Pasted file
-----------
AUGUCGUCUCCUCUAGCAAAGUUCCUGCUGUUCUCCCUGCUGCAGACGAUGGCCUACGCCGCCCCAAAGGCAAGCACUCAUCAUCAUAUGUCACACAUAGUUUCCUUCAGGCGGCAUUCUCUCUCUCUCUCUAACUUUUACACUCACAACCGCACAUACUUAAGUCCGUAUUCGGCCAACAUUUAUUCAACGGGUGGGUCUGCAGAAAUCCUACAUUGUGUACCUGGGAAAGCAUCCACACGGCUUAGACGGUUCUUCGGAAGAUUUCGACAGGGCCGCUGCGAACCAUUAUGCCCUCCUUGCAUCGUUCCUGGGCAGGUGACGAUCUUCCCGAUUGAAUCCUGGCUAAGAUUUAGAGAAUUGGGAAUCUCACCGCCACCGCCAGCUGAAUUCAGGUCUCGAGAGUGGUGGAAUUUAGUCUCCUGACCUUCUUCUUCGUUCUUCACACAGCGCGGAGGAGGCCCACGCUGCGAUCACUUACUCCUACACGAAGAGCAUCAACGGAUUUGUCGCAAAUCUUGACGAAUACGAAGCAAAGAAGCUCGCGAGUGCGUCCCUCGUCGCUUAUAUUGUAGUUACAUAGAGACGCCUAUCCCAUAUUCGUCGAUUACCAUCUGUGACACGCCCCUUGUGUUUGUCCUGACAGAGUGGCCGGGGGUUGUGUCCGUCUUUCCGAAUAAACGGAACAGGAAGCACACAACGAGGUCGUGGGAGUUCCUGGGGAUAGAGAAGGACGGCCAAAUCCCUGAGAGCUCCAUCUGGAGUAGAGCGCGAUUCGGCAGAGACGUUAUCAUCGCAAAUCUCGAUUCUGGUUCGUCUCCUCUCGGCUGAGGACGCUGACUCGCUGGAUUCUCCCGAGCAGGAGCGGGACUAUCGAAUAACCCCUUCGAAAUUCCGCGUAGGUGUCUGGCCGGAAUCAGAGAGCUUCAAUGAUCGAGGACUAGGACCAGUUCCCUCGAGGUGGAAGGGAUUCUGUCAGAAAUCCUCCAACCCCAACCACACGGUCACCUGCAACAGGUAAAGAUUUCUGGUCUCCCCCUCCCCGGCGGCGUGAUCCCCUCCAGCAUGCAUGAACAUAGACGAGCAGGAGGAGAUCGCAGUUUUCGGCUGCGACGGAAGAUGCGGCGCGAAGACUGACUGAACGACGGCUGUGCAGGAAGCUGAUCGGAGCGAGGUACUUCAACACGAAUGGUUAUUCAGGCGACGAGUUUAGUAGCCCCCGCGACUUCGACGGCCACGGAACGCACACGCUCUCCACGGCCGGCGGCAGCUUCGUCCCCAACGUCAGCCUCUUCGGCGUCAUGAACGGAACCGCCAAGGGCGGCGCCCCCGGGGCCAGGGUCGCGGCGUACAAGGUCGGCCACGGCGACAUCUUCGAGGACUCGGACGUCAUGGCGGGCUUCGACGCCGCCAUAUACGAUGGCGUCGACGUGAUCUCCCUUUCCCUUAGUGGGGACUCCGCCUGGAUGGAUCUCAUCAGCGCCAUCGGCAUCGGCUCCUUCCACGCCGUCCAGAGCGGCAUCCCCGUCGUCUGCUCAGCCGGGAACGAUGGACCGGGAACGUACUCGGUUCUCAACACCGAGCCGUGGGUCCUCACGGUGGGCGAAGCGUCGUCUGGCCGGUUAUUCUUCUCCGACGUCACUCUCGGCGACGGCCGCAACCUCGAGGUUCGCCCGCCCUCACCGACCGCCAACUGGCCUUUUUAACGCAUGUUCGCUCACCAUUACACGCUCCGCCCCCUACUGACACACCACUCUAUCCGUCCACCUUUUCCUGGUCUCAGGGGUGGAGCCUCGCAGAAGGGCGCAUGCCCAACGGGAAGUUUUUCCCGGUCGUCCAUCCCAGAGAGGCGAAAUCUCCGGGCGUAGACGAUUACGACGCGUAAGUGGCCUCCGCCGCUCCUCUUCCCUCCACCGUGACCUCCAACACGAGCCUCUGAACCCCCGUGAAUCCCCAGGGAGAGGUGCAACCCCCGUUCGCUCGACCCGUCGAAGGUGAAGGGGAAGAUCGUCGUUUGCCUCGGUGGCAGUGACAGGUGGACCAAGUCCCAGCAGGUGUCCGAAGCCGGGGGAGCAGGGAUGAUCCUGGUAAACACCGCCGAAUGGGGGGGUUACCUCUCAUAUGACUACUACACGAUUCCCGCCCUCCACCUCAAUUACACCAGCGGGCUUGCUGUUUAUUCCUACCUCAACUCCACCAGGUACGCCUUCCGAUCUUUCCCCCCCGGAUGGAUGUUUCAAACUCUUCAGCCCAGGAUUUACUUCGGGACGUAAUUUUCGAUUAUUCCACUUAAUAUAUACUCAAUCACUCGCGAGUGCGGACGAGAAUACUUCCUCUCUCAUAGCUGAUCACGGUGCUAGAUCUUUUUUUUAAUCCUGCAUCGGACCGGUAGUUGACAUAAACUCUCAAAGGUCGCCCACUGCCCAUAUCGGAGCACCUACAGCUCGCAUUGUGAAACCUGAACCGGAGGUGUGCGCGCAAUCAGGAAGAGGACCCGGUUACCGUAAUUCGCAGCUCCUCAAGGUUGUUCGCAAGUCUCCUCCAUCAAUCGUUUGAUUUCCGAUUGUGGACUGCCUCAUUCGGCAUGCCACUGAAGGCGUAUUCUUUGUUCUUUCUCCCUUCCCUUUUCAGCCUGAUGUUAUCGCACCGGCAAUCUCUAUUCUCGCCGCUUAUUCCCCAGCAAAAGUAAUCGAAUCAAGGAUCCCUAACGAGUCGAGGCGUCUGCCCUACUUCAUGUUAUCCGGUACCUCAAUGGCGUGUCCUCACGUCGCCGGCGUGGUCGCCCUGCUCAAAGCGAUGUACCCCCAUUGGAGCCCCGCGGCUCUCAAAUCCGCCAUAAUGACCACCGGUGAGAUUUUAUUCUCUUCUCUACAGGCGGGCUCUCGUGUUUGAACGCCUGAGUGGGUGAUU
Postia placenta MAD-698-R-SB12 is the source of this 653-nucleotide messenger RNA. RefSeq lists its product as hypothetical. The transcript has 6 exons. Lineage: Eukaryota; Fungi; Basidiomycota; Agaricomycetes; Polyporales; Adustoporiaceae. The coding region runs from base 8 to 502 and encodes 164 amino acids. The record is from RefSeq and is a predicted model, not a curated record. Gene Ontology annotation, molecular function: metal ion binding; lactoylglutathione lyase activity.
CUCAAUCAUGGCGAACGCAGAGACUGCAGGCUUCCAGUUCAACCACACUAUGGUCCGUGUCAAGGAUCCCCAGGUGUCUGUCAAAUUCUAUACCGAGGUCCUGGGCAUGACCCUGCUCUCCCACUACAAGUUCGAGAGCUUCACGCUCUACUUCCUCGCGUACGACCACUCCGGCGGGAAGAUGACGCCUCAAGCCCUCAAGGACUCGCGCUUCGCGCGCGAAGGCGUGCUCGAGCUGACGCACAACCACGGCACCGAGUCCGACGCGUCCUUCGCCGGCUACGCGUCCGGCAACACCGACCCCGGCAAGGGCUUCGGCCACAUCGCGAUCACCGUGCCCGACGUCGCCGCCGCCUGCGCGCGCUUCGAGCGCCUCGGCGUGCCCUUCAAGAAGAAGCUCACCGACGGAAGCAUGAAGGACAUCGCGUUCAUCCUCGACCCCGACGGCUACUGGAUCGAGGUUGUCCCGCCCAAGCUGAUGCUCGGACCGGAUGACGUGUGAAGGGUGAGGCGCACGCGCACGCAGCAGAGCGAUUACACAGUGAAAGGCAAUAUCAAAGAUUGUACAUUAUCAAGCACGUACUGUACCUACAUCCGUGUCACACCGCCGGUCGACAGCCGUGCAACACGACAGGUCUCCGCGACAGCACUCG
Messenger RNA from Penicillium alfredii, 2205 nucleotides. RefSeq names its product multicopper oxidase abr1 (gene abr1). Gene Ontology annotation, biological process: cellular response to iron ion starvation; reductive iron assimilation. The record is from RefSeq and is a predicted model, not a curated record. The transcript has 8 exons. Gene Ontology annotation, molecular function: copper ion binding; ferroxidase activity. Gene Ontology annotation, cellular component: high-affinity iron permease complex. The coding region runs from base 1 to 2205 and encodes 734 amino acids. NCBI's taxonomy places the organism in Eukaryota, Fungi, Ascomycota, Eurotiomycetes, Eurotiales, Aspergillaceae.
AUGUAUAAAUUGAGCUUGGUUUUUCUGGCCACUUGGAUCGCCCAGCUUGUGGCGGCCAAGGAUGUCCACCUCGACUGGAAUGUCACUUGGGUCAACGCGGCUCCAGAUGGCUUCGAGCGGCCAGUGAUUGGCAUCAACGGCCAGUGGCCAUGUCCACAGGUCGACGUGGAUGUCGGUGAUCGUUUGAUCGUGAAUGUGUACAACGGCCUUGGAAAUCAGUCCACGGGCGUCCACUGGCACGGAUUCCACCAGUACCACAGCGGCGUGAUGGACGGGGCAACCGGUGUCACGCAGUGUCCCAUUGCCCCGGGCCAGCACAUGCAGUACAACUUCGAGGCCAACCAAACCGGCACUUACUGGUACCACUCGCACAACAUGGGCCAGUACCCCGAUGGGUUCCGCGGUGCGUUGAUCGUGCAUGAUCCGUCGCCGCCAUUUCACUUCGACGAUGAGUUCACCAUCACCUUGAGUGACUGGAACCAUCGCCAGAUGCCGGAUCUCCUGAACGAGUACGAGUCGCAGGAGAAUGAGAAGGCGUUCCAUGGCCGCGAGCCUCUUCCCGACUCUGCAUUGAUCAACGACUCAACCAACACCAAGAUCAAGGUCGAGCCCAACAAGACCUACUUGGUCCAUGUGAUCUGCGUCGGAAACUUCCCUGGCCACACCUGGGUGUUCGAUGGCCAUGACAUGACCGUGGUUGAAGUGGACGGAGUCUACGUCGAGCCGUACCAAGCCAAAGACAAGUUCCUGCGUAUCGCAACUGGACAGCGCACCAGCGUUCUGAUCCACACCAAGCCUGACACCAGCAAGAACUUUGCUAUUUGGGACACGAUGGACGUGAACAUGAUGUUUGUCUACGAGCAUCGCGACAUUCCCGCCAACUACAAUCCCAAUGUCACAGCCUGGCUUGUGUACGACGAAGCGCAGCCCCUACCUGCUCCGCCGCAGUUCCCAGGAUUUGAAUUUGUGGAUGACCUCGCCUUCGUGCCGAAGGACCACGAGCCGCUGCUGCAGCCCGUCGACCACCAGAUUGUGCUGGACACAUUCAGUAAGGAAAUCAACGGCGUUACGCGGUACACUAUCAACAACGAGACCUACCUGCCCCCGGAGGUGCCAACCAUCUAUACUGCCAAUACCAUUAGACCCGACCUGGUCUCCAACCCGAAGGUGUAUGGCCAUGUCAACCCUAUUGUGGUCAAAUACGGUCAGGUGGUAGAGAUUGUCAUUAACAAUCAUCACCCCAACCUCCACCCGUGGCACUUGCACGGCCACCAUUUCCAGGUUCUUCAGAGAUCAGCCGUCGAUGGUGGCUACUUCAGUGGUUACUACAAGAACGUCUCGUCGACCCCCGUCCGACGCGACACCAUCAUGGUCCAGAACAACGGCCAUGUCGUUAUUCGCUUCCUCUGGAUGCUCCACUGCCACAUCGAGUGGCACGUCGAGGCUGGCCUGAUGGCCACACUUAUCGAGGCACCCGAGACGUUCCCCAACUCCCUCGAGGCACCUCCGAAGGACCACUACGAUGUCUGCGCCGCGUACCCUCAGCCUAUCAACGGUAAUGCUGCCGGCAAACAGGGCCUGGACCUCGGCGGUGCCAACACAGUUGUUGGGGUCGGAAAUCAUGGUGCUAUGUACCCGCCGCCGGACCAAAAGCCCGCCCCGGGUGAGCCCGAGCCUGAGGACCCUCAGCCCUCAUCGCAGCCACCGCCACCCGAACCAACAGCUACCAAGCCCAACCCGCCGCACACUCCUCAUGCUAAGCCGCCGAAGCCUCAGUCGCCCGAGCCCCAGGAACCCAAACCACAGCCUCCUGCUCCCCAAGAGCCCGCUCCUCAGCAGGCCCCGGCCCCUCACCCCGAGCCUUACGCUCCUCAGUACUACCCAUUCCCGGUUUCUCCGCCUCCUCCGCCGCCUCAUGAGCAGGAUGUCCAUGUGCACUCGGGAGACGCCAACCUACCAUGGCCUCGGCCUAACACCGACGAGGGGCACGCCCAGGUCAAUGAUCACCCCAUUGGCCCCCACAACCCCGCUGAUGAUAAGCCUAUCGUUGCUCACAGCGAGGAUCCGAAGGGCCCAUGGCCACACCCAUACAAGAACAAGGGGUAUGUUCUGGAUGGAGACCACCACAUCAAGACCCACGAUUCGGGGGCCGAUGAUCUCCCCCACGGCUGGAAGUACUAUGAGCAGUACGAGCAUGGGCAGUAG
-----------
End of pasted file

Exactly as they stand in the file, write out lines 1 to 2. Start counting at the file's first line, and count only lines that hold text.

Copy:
AUGUCGUCUCCUCUAGCAAAGUUCCUGCUGUUCUCCCUGCUGCAGACGAUGGCCUACGCCGCCCCAAAGGCAAGCACUCAUCAUCAUAUGUCACACAUAGUUUCCUUCAGGCGGCAUUCUCUCUCUCUCUCUAACUUUUACACUCACAACCGCACAUACUUAAGUCCGUAUUCGGCCAACAUUUAUUCAACGGGUGGGUCUGCAGAAAUCCUACAUUGUGUACCUGGGAAAGCAUCCACACGGCUUAGACGGUUCUUCGGAAGAUUUCGACAGGGCCGCUGCGAACCAUUAUGCCCUCCUUGCAUCGUUCCUGGGCAGGUGACGAUCUUCCCGAUUGAAUCCUGGCUAAGAUUUAGAGAAUUGGGAAUCUCACCGCCACCGCCAGCUGAAUUCAGGUCUCGAGAGUGGUGGAAUUUAGUCUCCUGACCUUCUUCUUCGUUCUUCACACAGCGCGGAGGAGGCCCACGCUGCGAUCACUUACUCCUACACGAAGAGCAUCAACGGAUUUGUCGCAAAUCUUGACGAAUACGAAGCAAAGAAGCUCGCGAGUGCGUCCCUCGUCGCUUAUAUUGUAGUUACAUAGAGACGCCUAUCCCAUAUUCGUCGAUUACCAUCUGUGACACGCCCCUUGUGUUUGUCCUGACAGAGUGGCCGGGGGUUGUGUCCGUCUUUCCGAAUAAACGGAACAGGAAGCACACAACGAGGUCGUGGGAGUUCCUGGGGAUAGAGAAGGACGGCCAAAUCCCUGAGAGCUCCAUCUGGAGUAGAGCGCGAUUCGGCAGAGACGUUAUCAUCGCAAAUCUCGAUUCUGGUUCGUCUCCUCUCGGCUGAGGACGCUGACUCGCUGGAUUCUCCCGAGCAGGAGCGGGACUAUCGAAUAACCCCUUCGAAAUUCCGCGUAGGUGUCUGGCCGGAAUCAGAGAGCUUCAAUGAUCGAGGACUAGGACCAGUUCCCUCGAGGUGGAAGGGAUUCUGUCAGAAAUCCUCCAACCCCAACCACACGGUCACCUGCAACAGGUAAAGAUUUCUGGUCUCCCCCUCCCCGGCGGCGUGAUCCCCUCCAGCAUGCAUGAACAUAGACGAGCAGGAGGAGAUCGCAGUUUUCGGCUGCGACGGAAGAUGCGGCGCGAAGACUGACUGAACGACGGCUGUGCAGGAAGCUGAUCGGAGCGAGGUACUUCAACACGAAUGGUUAUUCAGGCGACGAGUUUAGUAGCCCCCGCGACUUCGACGGCCACGGAACGCACACGCUCUCCACGGCCGGCGGCAGCUUCGUCCCCAACGUCAGCCUCUUCGGCGUCAUGAACGGAACCGCCAAGGGCGGCGCCCCCGGGGCCAGGGUCGCGGCGUACAAGGUCGGCCACGGCGACAUCUUCGAGGACUCGGACGUCAUGGCGGGCUUCGACGCCGCCAUAUACGAUGGCGUCGACGUGAUCUCCCUUUCCCUUAGUGGGGACUCCGCCUGGAUGGAUCUCAUCAGCGCCAUCGGCAUCGGCUCCUUCCACGCCGUCCAGAGCGGCAUCCCCGUCGUCUGCUCAGCCGGGAACGAUGGACCGGGAACGUACUCGGUUCUCAACACCGAGCCGUGGGUCCUCACGGUGGGCGAAGCGUCGUCUGGCCGGUUAUUCUUCUCCGACGUCACUCUCGGCGACGGCCGCAACCUCGAGGUUCGCCCGCCCUCACCGACCGCCAACUGGCCUUUUUAACGCAUGUUCGCUCACCAUUACACGCUCCGCCCCCUACUGACACACCACUCUAUCCGUCCACCUUUUCCUGGUCUCAGGGGUGGAGCCUCGCAGAAGGGCGCAUGCCCAACGGGAAGUUUUUCCCGGUCGUCCAUCCCAGAGAGGCGAAAUCUCCGGGCGUAGACGAUUACGACGCGUAAGUGGCCUCCGCCGCUCCUCUUCCCUCCACCGUGACCUCCAACACGAGCCUCUGAACCCCCGUGAAUCCCCAGGGAGAGGUGCAACCCCCGUUCGCUCGACCCGUCGAAGGUGAAGGGGAAGAUCGUCGUUUGCCUCGGUGGCAGUGACAGGUGGACCAAGUCCCAGCAGGUGUCCGAAGCCGGGGGAGCAGGGAUGAUCCUGGUAAACACCGCCGAAUGGGGGGGUUACCUCUCAUAUGACUACUACACGAUUCCCGCCCUCCACCUCAAUUACACCAGCGGGCUUGCUGUUUAUUCCUACCUCAACUCCACCAGGUACGCCUUCCGAUCUUUCCCCCCCGGAUGGAUGUUUCAAACUCUUCAGCCCAGGAUUUACUUCGGGACGUAAUUUUCGAUUAUUCCACUUAAUAUAUACUCAAUCACUCGCGAGUGCGGACGAGAAUACUUCCUCUCUCAUAGCUGAUCACGGUGCUAGAUCUUUUUUUUAAUCCUGCAUCGGACCGGUAGUUGACAUAAACUCUCAAAGGUCGCCCACUGCCCAUAUCGGAGCACCUACAGCUCGCAUUGUGAAACCUGAACCGGAGGUGUGCGCGCAAUCAGGAAGAGGACCCGGUUACCGUAAUUCGCAGCUCCUCAAGGUUGUUCGCAAGUCUCCUCCAUCAAUCGUUUGAUUUCCGAUUGUGGACUGCCUCAUUCGGCAUGCCACUGAAGGCGUAUUCUUUGUUCUUUCUCCCUUCCCUUUUCAGCCUGAUGUUAUCGCACCGGCAAUCUCUAUUCUCGCCGCUUAUUCCCCAGCAAAAGUAAUCGAAUCAAGGAUCCCUAACGAGUCGAGGCGUCUGCCCUACUUCAUGUUAUCCGGUACCUCAAUGGCGUGUCCUCACGUCGCCGGCGUGGUCGCCCUGCUCAAAGCGAUGUACCCCCAUUGGAGCCCCGCGGCUCUCAAAUCCGCCAUAAUGACCACCGGUGAGAUUUUAUUCUCUUCUCUACAGGCGGGCUCUCGUGUUUGAACGCCUGAGUGGGUGAUU
Postia placenta MAD-698-R-SB12 is the source of this 653-nucleotide messenger RNA. RefSeq lists its product as hypothetical. The transcript has 6 exons. Lineage: Eukaryota; Fungi; Basidiomycota; Agaricomycetes; Polyporales; Adustoporiaceae. The coding region runs from base 8 to 502 and encodes 164 amino acids. The record is from RefSeq and is a predicted model, not a curated record. Gene Ontology annotation, molecular function: metal ion binding; lactoylglutathione lyase activity.